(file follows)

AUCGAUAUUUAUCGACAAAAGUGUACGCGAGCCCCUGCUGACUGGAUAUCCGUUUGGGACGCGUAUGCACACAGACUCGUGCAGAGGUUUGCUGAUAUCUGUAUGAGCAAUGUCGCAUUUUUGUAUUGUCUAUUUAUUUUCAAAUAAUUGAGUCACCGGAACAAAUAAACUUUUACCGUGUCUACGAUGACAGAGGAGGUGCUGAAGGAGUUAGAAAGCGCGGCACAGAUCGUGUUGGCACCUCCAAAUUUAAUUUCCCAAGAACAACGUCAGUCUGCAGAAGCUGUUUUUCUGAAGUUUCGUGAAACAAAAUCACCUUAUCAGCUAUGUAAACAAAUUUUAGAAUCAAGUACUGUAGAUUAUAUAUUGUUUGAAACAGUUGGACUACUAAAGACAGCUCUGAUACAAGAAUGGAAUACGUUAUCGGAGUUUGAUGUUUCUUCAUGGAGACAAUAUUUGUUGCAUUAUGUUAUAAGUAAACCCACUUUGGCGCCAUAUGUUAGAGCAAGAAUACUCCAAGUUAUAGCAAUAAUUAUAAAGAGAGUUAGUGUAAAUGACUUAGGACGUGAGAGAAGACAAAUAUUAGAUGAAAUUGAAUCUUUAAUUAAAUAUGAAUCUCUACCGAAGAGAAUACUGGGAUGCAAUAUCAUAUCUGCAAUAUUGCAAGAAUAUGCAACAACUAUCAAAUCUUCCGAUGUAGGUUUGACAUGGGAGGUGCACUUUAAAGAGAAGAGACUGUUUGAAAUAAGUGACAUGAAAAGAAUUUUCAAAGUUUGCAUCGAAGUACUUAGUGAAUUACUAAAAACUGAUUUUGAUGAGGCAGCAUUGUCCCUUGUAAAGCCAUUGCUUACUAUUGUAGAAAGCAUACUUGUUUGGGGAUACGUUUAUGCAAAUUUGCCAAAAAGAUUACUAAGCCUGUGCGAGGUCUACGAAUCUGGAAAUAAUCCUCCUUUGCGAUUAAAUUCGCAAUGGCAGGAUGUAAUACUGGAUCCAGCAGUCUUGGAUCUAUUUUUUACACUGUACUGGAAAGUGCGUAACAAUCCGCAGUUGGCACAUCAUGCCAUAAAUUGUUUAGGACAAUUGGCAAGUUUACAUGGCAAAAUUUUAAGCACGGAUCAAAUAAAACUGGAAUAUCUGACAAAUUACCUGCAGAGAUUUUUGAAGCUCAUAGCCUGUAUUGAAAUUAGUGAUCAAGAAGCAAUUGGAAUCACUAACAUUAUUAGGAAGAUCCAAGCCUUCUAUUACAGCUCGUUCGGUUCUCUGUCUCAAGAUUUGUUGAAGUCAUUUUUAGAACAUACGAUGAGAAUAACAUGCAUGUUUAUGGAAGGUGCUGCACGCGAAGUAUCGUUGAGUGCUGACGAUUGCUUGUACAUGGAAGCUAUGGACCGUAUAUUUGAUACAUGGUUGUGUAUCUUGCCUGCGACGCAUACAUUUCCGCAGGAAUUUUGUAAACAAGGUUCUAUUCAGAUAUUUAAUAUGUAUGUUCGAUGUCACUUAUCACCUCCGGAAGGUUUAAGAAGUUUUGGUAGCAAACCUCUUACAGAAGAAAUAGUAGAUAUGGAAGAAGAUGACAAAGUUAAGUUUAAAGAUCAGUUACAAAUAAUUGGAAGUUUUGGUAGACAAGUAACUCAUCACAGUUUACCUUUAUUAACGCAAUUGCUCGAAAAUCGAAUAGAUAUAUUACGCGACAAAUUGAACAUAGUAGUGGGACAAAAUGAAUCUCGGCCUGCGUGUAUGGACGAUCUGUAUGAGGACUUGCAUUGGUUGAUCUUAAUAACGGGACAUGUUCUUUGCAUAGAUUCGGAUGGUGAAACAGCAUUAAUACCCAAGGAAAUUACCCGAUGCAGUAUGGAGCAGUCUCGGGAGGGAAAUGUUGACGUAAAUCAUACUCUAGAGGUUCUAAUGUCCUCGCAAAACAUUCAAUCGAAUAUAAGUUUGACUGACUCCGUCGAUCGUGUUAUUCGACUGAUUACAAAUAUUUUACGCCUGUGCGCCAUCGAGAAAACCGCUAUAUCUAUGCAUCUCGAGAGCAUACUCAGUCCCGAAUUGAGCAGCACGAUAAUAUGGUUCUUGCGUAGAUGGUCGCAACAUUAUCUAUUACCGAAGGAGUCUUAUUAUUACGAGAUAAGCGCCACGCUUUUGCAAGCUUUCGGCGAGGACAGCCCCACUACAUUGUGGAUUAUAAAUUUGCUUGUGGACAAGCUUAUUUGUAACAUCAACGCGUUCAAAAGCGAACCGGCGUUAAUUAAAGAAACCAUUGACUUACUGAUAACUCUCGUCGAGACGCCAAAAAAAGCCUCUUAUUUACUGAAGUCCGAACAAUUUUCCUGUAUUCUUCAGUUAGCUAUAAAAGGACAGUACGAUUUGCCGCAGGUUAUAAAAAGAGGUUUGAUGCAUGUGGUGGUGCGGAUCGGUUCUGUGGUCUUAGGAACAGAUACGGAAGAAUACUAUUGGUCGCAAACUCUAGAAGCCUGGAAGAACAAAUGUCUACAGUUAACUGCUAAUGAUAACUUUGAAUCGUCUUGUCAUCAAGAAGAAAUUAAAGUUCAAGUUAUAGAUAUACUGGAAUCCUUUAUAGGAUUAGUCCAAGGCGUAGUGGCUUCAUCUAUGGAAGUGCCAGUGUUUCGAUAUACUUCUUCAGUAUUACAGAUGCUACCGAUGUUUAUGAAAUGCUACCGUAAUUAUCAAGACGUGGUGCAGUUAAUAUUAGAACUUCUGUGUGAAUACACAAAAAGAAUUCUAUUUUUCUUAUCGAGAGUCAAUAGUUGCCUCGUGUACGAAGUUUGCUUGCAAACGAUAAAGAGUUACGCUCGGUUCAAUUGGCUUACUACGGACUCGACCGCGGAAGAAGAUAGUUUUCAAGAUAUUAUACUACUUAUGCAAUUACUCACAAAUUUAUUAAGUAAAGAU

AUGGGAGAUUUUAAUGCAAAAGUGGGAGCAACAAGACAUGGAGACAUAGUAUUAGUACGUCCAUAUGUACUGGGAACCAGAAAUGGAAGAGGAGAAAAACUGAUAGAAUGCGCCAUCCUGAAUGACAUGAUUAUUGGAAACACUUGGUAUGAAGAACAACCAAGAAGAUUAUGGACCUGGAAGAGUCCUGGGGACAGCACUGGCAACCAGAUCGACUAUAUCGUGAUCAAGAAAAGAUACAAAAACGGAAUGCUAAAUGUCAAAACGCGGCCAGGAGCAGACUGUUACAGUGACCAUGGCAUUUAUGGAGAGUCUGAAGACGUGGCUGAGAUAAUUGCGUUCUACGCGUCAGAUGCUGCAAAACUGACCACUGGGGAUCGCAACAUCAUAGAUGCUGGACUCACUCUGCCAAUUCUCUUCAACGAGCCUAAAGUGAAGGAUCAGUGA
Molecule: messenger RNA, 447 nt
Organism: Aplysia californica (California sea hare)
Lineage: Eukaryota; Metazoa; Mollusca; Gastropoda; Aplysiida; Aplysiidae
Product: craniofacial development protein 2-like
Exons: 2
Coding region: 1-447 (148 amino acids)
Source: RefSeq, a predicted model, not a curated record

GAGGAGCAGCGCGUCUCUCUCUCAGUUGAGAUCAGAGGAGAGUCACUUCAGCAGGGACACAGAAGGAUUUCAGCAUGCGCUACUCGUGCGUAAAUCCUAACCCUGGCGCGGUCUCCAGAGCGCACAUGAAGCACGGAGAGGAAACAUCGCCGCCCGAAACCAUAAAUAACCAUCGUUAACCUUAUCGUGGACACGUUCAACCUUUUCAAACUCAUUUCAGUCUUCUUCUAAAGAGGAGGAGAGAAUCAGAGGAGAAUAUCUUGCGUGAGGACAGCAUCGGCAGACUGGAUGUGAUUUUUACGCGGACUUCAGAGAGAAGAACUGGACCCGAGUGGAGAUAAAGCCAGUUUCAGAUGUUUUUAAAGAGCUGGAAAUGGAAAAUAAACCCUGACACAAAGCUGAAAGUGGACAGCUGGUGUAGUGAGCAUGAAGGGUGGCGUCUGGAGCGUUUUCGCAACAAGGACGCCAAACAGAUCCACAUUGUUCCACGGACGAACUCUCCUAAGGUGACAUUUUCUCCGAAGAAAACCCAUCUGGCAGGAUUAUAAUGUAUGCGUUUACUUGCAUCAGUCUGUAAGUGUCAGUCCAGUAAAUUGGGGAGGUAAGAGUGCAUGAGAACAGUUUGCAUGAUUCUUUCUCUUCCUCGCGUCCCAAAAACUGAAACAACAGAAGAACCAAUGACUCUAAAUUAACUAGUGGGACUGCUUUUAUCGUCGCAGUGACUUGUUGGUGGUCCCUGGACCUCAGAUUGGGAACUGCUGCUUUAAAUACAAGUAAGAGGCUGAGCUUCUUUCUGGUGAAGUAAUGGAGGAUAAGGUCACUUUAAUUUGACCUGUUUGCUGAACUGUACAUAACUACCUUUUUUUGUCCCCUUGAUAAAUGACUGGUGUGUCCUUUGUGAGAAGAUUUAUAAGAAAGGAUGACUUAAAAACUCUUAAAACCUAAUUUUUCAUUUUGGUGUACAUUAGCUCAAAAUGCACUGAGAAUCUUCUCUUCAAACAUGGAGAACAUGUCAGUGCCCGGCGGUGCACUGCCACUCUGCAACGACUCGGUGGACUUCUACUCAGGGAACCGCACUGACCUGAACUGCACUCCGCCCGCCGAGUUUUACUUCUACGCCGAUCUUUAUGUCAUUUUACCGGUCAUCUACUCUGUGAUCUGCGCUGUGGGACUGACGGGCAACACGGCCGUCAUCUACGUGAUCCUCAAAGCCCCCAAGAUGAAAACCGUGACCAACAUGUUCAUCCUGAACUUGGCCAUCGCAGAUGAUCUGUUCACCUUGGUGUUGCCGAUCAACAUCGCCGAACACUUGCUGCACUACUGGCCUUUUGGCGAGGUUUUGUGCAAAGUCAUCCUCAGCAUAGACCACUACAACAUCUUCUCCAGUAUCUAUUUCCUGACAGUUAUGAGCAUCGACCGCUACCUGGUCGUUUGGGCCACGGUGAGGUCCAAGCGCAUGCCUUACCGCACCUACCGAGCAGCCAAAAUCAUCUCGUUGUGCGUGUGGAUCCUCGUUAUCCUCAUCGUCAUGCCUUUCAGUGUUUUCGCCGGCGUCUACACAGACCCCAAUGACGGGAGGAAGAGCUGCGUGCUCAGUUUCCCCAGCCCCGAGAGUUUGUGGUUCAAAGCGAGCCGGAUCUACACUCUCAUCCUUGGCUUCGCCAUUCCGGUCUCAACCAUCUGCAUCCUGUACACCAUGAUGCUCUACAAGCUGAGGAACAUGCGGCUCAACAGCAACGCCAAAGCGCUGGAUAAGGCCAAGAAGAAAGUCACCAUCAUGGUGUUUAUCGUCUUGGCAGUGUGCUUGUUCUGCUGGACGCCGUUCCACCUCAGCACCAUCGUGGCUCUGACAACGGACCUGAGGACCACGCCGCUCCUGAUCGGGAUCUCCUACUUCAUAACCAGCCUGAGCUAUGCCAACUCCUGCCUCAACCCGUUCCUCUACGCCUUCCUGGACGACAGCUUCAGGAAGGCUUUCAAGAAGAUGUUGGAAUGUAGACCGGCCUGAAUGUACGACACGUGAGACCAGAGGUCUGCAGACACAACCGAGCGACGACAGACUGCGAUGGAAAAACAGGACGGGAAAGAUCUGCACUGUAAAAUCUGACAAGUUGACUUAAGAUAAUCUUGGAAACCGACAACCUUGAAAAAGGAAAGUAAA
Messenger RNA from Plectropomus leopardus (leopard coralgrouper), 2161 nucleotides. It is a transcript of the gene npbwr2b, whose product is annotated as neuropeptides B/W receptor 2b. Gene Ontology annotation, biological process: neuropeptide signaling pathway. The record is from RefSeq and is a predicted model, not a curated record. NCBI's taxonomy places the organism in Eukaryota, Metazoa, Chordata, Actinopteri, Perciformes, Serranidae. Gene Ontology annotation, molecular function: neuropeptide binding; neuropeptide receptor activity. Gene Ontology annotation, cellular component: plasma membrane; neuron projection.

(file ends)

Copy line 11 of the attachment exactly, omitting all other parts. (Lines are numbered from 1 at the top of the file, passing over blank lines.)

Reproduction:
Messenger RNA from Plectropomus leopardus (leopard coralgrouper), 2161 nucleotides. It is a transcript of the gene npbwr2b, whose product is annotated as neuropeptides B/W receptor 2b. Gene Ontology annotation, biological process: neuropeptide signaling pathway. The record is from RefSeq and is a predicted model, not a curated record. NCBI's taxonomy places the organism in Eukaryota, Metazoa, Chordata, Actinopteri, Perciformes, Serranidae. Gene Ontology annotation, molecular function: neuropeptide binding; neuropeptide receptor activity. Gene Ontology annotation, cellular component: plasma membrane; neuron projection.